The Captain's Response to Lead and Cadmium Contaminated Chocolate

The Captain's Response to Lead and Cadmium Contaminated Chocolate

Heavy metals in chocolate?  Should I be concerned?

I wanted to address the current round of speculation about heavy metals in chocolate due to the lawsuits filed against some of the large chocolate manufactures.  Can chocolate contain high levels of lead and cadmium?  The answer is yes

Some articles on the web claim that ALL chocolate has high levels of lead. That is simply not true.  Some chocolates do and some don’t. How can you know what is safe to eat? Well, without actually testing it or asking for the test results from the company, you don’t know. Many companies do provide that information. So, you can read the labels or check their website to see. However, I want to specifically address this in relation to our chocolate.  

When I first read about this problem, I was concerned enough to do some research. Here are a few excerpts from an article on the National Library of Medicine (Here is the link if you want to read the whole thing

Manufactured cocoa products frequently have higher lead concentrations than other foods, even though cocoa beans, the main ingredient, have some of the lowest reported lead levels for any natural food.
Lead contamination of candies has been recognized as a problem since 1820, when a British study found the poison widespread in London confectionary products.
In the current study, the researchers studied the lead isotopic compositions of cocoa beans and shells from six farms in Nigeria’s top three producing states to determine if soil or farm sources might be the cause of lead contamination.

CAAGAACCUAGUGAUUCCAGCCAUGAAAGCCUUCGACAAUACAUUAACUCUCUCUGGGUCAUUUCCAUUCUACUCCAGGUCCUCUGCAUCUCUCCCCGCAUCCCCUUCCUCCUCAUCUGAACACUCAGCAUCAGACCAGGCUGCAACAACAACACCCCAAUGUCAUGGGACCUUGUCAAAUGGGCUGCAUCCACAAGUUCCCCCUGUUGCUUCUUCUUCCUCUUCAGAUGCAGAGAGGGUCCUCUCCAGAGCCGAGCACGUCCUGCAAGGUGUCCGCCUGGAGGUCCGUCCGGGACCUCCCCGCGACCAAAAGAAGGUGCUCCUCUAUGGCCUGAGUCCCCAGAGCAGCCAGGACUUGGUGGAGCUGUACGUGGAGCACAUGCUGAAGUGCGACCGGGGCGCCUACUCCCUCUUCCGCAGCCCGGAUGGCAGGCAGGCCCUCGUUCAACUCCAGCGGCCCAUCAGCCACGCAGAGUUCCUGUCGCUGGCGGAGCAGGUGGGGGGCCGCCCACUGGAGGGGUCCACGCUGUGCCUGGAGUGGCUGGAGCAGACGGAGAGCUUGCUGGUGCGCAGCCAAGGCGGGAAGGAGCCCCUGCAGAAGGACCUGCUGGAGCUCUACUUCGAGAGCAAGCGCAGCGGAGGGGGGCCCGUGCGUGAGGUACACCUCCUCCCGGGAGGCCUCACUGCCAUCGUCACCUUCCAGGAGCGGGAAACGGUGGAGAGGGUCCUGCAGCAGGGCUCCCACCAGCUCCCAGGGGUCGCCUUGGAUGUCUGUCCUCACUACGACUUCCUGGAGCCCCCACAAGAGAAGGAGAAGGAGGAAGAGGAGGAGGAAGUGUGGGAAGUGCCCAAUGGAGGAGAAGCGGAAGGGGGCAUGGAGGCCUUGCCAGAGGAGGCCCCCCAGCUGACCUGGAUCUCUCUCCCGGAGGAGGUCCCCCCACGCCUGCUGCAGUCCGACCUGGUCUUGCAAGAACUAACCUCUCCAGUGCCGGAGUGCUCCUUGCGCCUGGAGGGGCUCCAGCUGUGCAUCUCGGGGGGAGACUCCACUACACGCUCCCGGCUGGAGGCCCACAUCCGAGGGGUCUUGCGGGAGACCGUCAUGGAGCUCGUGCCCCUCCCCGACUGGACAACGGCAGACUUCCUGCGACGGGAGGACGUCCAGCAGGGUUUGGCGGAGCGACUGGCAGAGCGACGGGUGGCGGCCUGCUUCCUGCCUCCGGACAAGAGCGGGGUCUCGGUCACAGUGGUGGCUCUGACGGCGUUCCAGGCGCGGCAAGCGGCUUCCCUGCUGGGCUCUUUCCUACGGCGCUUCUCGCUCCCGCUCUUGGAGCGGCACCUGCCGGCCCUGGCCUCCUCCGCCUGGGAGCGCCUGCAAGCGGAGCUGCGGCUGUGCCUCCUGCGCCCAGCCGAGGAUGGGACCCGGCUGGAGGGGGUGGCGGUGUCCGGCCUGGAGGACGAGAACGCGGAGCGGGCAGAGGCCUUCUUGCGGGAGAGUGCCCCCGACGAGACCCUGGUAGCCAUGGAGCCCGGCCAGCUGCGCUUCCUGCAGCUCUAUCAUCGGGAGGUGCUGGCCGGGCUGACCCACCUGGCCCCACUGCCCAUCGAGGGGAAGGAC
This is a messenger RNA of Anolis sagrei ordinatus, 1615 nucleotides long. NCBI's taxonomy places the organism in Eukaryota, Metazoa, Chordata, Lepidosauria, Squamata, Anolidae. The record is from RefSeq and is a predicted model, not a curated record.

The researchers conclude that while cocoa bean shells may be one source of lead, most contamination occurs during shipping or processing of the beans and in manufacturing.

Several websites that I found stated that the leaded gasoline used to run the farming equipment and also the equipment itself is often the source of the contamination. 

After reading that my concerns were alleviated. Our farmers handpick all of the cacao pods we receive. There are no pieces of large equipment used that would be producing leaded gasoline fumes near the trees or even on the farms at all. 

We receive the beans the day they are picked from the trees. We transport them in closed containers from the farms to our processing plant in Costa Rica. They are fermented in specially made wooden boxes then transferred to our drying shed, from there they go into the roaster which is made from all stainless steel. They get hewn and winnowed via our champion juicer. Our winnowing machine is made from PVC (same thing most water pipes are made out of.) 

From that point they are stored in airtight containers. Mostly so that they do not gain humidity. Humidity is the enemy of chocolate. Then they are shipped via air freight to the US. Once here we either package them for you to purchase as Nibs (all done by hand with a scoop) or they are ground into chocolate. We use stone grinders. That means they are granite and stainless steel. After grinding the chocolate is once again stored in airtight containers until it gets tempered, molded, and packaged. 

So, knowing where our chocolate comes from and how it is handled at every step of the process gave me a great piece of mind. I liken the situation to vegetables you grow yourself vs the ones you buy from big name producers.  Which veggies do you want to eat? Same with our chocolate. 

Is there still some risk that our chocolate might have high levels too?  Yes, of course there is always a chance.  You need to make your own decisions about this. But don’t let the media hype scare you off.  We do our very best to maintain the highest standards possible to bring you chocolate you can eat with confidence and best of all enjoyment.

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